Review: The Hunger Games: Mockingjay – Part 2

Nov 23, 2015 by     Comments Off on Review: The Hunger Games: Mockingjay – Part 2    Posted under: Entertainment, Screenplay


There is no shortage of Young Adult (YA) book-to-film adaptations and now with the release of The Hunger Games: Mocking Part 2, I am reminded of how far this series has come in terms of YA book-to-film adaptations. Not to rain over the parade of numerous such adaptations out there (How can I, being such an avid Harry Potter fan?) but truly, Suzanne Collins’ science fiction series The Hunger Games film adaptation has been the best book-to-film adaptation I have ever seen. These movies are more than just movies that provide entertainment. If we read them with an open mind and look at them closely, we can observe that these adaptations have succeeded where others have not.


In case you have been living under a rock, The Hunger Games takes place in a dystopian world where the evil Capitol rules over the remaining country that comprises of 13 Districts and maintains law and order in the most twisted way imaginable; by forcing children from varying districts to compete in a gladiatorial fashion. Katniss Everdeen (Jennifer Lawrence) is a victor of the bloodsport and becomes a symbol of hope for the ordinary people of Panem by outwitting the rules of the game. In the last movie, she becomes an actual leader of the uprising against the sadistic Capitol.


Mockingjay Part 2 is the most brutal of all films due to its sheer ugliness. The action sequences, along with the small intimate moments, make you feel the complete weight of how terrible things have been for Katniss. This is something you don’t feel whilst reading the book probably because reading about war sequences is not as bad as watching. Going back, Mockingjay Part 1 opened with a damaged Katniss, whispering in the dark. Similarly, Mockingjay Part 2 opens up with Katniss in bad shape. An interesting parallel to note? The stark contrast between Part 2 and the rest of the movies is that Katniss is finally stepping up to her legend and owning it. Instead of following the rules, she is creating her own by taking control of her own destiny, something that she was unable to do before. The Mockingjay has freed herself, at last.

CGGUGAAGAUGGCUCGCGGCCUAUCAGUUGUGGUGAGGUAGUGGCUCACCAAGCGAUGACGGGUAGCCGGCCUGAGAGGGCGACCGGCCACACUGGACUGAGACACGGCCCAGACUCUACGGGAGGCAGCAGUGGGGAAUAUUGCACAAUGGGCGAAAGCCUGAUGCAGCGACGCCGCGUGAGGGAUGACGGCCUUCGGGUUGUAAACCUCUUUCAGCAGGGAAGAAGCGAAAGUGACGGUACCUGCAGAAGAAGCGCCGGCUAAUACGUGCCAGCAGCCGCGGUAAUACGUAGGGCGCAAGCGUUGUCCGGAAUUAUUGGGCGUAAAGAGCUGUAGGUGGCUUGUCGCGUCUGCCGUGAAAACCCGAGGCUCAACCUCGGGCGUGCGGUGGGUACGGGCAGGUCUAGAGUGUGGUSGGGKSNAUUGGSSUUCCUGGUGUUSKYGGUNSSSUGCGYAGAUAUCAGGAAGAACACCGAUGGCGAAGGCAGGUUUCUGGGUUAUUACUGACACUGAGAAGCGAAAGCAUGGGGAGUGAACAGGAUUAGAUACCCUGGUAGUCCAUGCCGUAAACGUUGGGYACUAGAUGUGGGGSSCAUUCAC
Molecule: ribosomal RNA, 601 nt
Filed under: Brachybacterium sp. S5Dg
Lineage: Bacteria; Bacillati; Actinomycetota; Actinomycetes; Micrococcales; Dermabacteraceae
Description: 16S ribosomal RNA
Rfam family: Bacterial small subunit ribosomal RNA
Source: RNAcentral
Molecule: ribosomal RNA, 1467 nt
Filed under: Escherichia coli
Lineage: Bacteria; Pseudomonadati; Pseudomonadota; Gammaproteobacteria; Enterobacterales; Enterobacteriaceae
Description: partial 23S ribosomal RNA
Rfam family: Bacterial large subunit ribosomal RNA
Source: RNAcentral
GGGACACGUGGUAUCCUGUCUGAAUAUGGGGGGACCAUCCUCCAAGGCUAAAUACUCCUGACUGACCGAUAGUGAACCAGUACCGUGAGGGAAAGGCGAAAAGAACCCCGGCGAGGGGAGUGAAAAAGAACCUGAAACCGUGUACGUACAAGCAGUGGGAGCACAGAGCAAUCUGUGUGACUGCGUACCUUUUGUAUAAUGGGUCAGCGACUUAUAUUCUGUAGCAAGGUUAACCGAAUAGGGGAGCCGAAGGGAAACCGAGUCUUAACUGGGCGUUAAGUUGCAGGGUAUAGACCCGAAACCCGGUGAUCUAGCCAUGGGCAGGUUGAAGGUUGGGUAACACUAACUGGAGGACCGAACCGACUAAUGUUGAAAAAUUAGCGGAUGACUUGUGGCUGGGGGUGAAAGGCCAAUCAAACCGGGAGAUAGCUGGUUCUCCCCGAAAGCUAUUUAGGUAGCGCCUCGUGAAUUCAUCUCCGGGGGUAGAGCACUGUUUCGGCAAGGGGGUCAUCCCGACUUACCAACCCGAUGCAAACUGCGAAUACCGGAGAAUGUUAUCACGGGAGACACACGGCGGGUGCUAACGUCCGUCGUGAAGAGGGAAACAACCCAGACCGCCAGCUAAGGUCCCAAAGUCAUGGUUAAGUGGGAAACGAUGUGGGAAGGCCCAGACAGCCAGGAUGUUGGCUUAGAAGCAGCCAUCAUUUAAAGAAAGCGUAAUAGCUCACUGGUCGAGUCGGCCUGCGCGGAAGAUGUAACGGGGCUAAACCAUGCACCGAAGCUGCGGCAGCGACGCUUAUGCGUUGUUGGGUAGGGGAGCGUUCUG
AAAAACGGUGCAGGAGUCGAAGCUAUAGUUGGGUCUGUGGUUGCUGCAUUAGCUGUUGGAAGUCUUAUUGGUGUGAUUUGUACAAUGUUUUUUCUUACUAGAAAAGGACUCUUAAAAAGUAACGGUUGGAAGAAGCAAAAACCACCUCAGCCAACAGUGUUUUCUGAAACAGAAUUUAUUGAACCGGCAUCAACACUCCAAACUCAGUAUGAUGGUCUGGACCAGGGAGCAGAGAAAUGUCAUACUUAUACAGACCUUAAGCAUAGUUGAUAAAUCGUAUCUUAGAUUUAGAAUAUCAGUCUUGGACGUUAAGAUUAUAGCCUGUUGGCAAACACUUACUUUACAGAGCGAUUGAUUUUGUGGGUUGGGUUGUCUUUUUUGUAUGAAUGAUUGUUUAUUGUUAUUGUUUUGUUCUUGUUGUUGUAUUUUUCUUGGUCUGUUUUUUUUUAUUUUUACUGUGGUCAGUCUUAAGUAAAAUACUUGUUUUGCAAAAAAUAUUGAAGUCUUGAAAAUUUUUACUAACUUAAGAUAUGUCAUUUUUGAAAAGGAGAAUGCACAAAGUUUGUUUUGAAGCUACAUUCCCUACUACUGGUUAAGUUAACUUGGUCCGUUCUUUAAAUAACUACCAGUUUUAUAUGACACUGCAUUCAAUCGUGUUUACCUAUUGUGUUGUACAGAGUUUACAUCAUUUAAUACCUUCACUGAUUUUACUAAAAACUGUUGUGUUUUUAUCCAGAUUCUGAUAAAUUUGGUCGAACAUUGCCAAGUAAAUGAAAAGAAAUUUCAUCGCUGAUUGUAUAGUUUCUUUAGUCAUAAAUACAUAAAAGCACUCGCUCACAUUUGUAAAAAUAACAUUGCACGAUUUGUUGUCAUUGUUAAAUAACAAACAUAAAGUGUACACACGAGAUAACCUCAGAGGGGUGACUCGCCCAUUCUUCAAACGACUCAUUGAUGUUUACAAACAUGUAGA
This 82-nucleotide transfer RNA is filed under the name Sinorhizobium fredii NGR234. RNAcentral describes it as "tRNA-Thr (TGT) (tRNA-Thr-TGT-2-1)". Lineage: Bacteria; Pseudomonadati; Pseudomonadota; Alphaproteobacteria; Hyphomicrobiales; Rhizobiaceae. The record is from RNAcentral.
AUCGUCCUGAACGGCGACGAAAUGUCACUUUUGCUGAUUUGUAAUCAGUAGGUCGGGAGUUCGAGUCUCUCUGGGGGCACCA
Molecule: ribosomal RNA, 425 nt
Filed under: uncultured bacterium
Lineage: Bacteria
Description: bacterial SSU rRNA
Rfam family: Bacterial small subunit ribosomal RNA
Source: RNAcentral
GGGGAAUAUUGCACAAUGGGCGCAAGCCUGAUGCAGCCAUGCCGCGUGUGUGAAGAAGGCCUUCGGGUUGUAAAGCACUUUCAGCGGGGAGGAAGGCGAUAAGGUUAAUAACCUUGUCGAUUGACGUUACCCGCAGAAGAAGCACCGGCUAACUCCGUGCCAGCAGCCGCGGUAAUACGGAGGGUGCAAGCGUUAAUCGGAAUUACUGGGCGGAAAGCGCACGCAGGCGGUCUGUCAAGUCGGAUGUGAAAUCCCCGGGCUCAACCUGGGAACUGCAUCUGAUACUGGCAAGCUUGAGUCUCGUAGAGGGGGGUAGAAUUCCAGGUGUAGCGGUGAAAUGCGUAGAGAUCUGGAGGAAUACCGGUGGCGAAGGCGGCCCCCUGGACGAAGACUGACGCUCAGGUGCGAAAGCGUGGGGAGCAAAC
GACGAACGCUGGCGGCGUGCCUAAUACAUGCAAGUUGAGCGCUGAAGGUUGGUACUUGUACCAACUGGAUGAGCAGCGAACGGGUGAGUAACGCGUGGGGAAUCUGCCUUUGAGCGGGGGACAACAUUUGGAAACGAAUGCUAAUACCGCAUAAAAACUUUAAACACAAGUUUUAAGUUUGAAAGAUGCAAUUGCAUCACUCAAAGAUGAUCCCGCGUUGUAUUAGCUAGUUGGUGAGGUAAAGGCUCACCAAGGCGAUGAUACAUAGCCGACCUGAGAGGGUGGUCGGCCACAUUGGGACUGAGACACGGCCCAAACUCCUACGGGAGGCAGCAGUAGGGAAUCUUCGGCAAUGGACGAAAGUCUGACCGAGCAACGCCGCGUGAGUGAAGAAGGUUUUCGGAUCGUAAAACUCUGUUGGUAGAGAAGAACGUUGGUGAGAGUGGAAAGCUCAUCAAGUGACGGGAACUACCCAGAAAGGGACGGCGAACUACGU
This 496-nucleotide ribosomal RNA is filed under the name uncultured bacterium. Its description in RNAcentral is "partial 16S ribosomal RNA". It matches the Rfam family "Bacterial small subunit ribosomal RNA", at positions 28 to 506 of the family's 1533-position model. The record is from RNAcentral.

That is not to say Mockingjay Part 2 doesn’t have serious flaws. The ending was not as powerful as someone who is familiar with the text of the book and has high expectations would hope for. Perhaps the reason for that lied in the fact that s series such as The Hunger Games has so much to say that when  it comes to adapting it to a movie the writers are determined on including every important detail and as a result they tend to trip over most of the crucial parts.

Current world events have had no small impact on the way these films have been received. The way the theme of these series overlaps with the kind of news we hear everyday from around the globe have allowed us to think of this series as “important” an even “powerful”.  Indeed, when Mockingjay, Part 1 premiered n the midst of the Ferguson riots, we saw just how great of an impact these films have, seeing “If we burn, you burn with us” scrawled on an St. Louis arch suddenly gave the films a new power. The Hunger Games films were so alive in our collective consciousness that protestors were not only inspired by their message, they also knew that the general public would understand the reference. Whereas in Thailand the movie had been banned from releasing due to the government’s fear that it would instill a rebellion in the general public.

Unsurprisingly, author Suzanne Collins was inspired to write her trilogy after channel surfing between reality TV shows and war coverage. This is where The Hunger Games differs from Harry Potter and other YA adaptations; The Hunger Games feels real. To the point where we can ask ourselves: Are we the Capitol? in the world of the Hunger Games the residents of the Capitol are exaggerated but there are not unrecognizable from our affluent societies. The rebels in the districts may be fighting in the fictional Hunger Games but are they really all that different from the oppressed groups from around the globe?

Remember that iconic line from Mockingjay, the book ? “Because something is significantly wrong with a creature that sacrifices its children’s lives to settle its differences.” because that is one of the most resounding lines from the entire series.


The Hunger Games do challenge us they so rightly should. With the last movie in the franchise out we say goodbye to yet another powerful series that gave us one of most impressive heroes of the 21st century. In a recent article, actor Donald Sutherland who plays President Coriolanus Snow in the movies. had a pretty shocking statement to say when asked what he thought the real message of The Hunger Games is; “If there’s any question as to what it’s an allegory for I will tell you. It is the powers that be in the United States of America. It’s profiteers. War is for profit. It’s not “to save the world for democracy” or “for king and country.” No, bulls**t. It’s for the profit of the top 10%, and the young people who see this film must recognize that for the future ‘blind faith in their leaders,’ as Bruce Springsteen said, “will get you dead.”

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